Introduction: Briefcase PC Mod

Picture of Briefcase PC Mod

I couldn't afford a laptop, and I wanted the performance of my desktop anyway, so I built "or" shall I say "rebuilt" my PC into this Aluminum Electricians case I picked up from my local "Home Depot" for $25 +sales tax. I can't emphasize Enough the old DIY rule "Measure Twice, Cut Once"  I partially ignored this rule,and...Well.....The portable PC could look alot better than it does. As you can see, it works though. the monitor is an AOC 18.5" LCD thats mounted in the very large hole cut in the lid of this case. with the front bezel/case removed so it could be flush with the inside of the lid panel. there are also grooves in the side rails that normally hold the paneling in place. I cut out the outside wall of this groove on both right & left sides of the lid, leaving the inner side of the grooves alone, they serve as a holder for the monitor,and doesn't let it fall all the way through the lid.  I found out later as I was making my first cut, that the panels in this case are high strength cardboard with a thin aluminum venier.That being said, the only issues I ran into were: (Expansion Card Clearance) and (The cardboards and hinge integraty when mounting the screen). The monitor's power cord shares the same socket the 500Watt supply uses. It just took a little soldering and some electrical tape. Except for its cover (for fan mounting purposses) the supply's casing has been completely removed, and the curcuit board mounted directly to the bottom of the case using fine thread machine screw with matching nuts and lockwashers.
There is no modding to the VGA cable. It has been coiled up and hidden behind the motherboard tray. That tall expansion card you see in the middle of the case is my GT220 Graphics Card. It created the biggest clearance issues. I'll later swap it out for a low-profile version. This one of the biggest reasons for mounting the screen the way I did. "The biggest" reason for this however is that I want to eventually install a pretty plexiglass cover over the mobo, disc drives,etc. for static and dust protectin. Not to mention electrical saftey. The strings that you see on each side of the case are neccesary for structural support of the monitor "it weighs 10lbs." and the hinges, and cardboard can't support the screen on their own, hence the guide wires.It also helps shift the weight toward the enter of the case. This makes it less likely to tip back and fall. I learned this the hard way when I had my project sitting on a TV tray. If it weren't for my quick reflexes...I wouldn't be writting this instructable. Sorry there is no step by step how to... but the design and layout will vary from person to person, depending on what parts you use and the physical size of your motherboard. Though I'd suggest a "Micro ATX" MoBo, as space is at a HIGH priemium inside this particular case. There are larger cases availible but they cost a whole lot more than this one did. The total weight of this project as it is now. is about 20 lbs. But it is still considred portable becaus it closes up and is easily carried to a car or into a library. OH! I almost forgot a very important piece of info on this "Porta-PC" Yes I just made that up, LOL :-p, anyway the monitor is held in place by 2 straps of NYLON WEBBING from and old backpack. More of those machine screws and nuts hold the ends to the top and bottom edge of the case lid. Make sure your straps are as tight and taught as you can get them or your screen may work its way free of the case, and fall off. "trust me" You don't want to have to replace this $100 beauty.($99.99 WalMart special) Tightning the straps may take more than one person to do though. someone has to work the wrench/screwdriver, and the other pulling their heart out on the straps. good luck, and happy building.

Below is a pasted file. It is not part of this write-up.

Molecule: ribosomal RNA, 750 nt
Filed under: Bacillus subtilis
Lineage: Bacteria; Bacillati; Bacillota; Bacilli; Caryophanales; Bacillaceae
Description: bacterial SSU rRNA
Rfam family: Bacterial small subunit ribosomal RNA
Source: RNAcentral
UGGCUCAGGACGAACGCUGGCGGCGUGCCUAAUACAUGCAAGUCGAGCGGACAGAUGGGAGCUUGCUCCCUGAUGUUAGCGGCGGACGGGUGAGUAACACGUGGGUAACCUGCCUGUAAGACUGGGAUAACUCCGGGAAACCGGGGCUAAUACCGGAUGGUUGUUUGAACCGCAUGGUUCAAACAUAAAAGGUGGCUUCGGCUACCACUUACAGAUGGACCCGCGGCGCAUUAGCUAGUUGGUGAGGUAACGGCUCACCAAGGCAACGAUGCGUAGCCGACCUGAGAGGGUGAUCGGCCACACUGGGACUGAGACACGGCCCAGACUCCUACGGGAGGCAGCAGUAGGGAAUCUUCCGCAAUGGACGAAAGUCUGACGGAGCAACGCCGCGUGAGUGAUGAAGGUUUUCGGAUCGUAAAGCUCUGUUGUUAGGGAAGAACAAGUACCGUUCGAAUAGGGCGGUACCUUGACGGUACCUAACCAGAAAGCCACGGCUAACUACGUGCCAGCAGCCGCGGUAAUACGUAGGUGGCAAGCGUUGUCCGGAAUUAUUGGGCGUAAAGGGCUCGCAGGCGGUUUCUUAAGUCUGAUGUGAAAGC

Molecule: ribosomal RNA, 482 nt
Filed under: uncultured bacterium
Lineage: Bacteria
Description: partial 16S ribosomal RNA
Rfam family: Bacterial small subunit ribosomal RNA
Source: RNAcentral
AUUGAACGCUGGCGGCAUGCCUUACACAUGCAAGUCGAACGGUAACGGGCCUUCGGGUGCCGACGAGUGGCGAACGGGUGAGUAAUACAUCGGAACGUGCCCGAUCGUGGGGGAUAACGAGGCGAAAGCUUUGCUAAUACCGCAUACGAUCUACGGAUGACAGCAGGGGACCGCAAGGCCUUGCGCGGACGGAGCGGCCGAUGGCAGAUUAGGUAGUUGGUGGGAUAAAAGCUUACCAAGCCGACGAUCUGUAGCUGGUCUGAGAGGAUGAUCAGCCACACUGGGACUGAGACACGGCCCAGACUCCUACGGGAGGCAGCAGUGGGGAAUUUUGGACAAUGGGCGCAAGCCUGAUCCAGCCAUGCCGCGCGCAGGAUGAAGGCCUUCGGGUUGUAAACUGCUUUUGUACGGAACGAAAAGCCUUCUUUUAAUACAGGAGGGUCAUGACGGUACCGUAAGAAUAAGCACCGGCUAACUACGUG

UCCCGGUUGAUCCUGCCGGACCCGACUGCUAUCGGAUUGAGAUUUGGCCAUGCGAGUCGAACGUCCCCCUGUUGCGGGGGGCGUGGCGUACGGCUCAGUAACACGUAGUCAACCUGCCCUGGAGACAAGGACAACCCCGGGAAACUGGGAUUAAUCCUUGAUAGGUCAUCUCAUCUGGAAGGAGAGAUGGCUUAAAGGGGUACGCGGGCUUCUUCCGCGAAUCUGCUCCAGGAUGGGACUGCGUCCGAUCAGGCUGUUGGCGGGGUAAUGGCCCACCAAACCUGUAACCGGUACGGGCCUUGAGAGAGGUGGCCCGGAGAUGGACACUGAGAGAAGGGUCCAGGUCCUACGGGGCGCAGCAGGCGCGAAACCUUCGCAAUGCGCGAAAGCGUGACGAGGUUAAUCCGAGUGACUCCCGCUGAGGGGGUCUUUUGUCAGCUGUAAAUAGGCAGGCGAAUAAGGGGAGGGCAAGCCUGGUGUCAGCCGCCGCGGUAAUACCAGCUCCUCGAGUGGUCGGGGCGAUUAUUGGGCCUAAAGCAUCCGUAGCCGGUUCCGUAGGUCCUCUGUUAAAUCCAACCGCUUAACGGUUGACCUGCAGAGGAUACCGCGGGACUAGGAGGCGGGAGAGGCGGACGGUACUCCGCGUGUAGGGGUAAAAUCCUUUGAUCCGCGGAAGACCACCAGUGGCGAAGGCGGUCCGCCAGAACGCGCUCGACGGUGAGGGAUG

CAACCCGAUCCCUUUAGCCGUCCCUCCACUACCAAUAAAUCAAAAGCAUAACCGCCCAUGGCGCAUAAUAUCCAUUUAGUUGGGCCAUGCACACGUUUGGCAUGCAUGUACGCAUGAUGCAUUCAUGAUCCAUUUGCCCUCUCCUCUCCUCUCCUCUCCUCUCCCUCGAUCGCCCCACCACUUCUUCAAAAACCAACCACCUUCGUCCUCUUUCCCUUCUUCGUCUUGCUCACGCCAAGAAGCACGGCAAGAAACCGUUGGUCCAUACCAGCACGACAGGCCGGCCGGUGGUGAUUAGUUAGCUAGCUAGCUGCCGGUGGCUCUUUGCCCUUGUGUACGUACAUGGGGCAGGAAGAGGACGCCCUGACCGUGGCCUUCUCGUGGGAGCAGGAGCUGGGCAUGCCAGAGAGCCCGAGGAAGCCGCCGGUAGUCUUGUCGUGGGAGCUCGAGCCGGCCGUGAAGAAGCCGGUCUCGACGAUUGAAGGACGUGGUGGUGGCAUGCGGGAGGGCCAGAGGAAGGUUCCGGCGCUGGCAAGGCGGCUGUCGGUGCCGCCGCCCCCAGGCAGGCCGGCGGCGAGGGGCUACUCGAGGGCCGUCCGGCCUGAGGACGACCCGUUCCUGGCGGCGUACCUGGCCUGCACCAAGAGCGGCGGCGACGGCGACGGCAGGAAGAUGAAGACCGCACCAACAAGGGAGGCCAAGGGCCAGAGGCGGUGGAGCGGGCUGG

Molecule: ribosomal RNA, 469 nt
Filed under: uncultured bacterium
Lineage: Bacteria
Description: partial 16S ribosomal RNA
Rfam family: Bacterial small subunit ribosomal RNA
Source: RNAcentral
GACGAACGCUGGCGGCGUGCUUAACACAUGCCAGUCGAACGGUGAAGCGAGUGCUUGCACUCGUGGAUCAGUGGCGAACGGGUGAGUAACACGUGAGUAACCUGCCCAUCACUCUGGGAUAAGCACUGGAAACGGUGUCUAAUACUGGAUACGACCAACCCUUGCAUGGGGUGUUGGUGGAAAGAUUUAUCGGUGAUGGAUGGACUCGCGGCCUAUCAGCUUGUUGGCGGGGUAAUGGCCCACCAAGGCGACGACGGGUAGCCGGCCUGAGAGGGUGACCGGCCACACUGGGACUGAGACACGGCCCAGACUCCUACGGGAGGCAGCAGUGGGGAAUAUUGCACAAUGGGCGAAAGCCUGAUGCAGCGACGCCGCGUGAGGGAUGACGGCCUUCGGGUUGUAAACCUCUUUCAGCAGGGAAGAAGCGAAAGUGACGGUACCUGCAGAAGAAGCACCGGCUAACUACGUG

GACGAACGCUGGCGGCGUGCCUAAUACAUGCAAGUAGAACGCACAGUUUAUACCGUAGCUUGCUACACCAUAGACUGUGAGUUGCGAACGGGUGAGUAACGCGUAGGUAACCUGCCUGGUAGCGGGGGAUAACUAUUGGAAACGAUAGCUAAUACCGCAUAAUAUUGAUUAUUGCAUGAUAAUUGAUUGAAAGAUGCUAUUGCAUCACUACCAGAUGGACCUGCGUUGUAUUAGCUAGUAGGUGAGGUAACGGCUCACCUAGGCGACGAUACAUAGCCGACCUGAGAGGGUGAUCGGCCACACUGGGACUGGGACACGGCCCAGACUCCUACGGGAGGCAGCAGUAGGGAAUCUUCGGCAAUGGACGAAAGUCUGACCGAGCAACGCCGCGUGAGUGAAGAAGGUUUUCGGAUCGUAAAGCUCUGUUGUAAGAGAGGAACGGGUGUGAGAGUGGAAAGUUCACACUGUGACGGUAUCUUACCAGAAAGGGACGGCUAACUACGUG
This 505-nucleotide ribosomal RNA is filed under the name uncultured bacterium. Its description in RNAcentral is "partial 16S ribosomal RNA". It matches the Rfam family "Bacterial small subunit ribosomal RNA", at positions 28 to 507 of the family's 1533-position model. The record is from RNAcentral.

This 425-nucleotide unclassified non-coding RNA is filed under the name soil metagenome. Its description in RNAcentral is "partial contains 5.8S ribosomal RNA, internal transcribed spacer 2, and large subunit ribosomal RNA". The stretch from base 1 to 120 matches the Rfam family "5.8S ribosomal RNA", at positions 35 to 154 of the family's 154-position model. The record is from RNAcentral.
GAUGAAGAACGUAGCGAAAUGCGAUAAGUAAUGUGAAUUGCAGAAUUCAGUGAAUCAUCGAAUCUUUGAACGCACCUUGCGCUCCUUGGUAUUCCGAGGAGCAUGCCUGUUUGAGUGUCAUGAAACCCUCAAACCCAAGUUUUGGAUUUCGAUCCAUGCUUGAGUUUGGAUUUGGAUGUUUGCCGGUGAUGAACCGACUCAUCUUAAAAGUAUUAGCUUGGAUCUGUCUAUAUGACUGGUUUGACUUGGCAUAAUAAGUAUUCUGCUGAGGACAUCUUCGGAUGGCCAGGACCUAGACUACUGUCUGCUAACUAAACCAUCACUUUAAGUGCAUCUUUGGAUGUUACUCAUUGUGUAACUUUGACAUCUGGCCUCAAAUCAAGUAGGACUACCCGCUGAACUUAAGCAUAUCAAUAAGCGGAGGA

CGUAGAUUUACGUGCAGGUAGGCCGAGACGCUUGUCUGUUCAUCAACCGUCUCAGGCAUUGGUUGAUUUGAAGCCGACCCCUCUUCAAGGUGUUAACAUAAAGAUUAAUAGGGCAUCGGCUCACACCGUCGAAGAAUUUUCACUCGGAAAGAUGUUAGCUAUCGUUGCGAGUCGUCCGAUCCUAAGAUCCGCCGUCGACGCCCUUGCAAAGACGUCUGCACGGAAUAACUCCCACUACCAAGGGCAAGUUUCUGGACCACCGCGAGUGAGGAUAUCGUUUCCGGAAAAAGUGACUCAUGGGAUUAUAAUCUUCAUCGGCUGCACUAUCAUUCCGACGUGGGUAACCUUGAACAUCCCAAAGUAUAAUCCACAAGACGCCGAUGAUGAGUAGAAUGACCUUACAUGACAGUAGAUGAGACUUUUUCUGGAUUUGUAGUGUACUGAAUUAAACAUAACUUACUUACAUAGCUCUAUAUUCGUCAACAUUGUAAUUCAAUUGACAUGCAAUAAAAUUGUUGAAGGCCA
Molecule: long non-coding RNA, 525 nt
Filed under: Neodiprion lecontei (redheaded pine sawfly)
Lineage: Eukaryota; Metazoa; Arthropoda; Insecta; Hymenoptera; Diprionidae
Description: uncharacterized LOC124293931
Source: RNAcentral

SPECS:
Windows 7 Home Priemium Edition 64-bit System builders OEM
Zotac GeForce 6100 value Motherboard AM2
Zotac Nvidia GeForce GT 220 512MB 128-bit GPU w/HDMI, DVI, D-sub/VGA
4GB 800Mhz DDR2 RAM 2x 2GB
500Watt CoolMax PSU
500GB 7200 rpm Western Digital SATA2 Hard Disc
ASUS 24x DVDR-RW Burner Drive SATA 2
Rosewill 54Mbps Internal WiFi N-link Card PCI
AMD Athlon X2 2.8 Ghz Dual Core CPU AM2
AOC 18.5" widescreen HD LED backlit LCD Monitor w/ HDMI, DVI, D-Sub/VGA
Logitech Wired USB 2.0 Optical Mouse
InCom Silscone Foldable/Roll-up USB 2.0 KeyBoard
2.1 Dolby Digital Speakers W/Sub-Woofer (not installed when photos were taken,but its there)
USB XBOX360 Common Controller (for gaming)
Case: HUSKY 20"x12"x8" Aluminum Electrician's Attache (Home Depot)

Comments

Dracomarine (author)2015-01-08

How is the case holding up? Also how did you make sure that this is grounded?(I'm doing basicly the same project in the same case)

ccooper33 (author)2014-06-02

This is awesome!! It helped inspire how I made mine! Check out my channel to see

TheRealRocketBurns (author)2013-09-26

Never bring this on a plane!

ironsmiter (author)2011-08-04

I believe we used to call these "Lugables"

Yeah they came out with those in the early 80's mine is vastly more powerful though.

alien200049655 (author)2011-08-03

I know it's not a laptop, But a "porta-pc". I gave this nickname.

dasimpson1981 (author)2011-08-03

not what i would exactly call a laptop more of a modile pc

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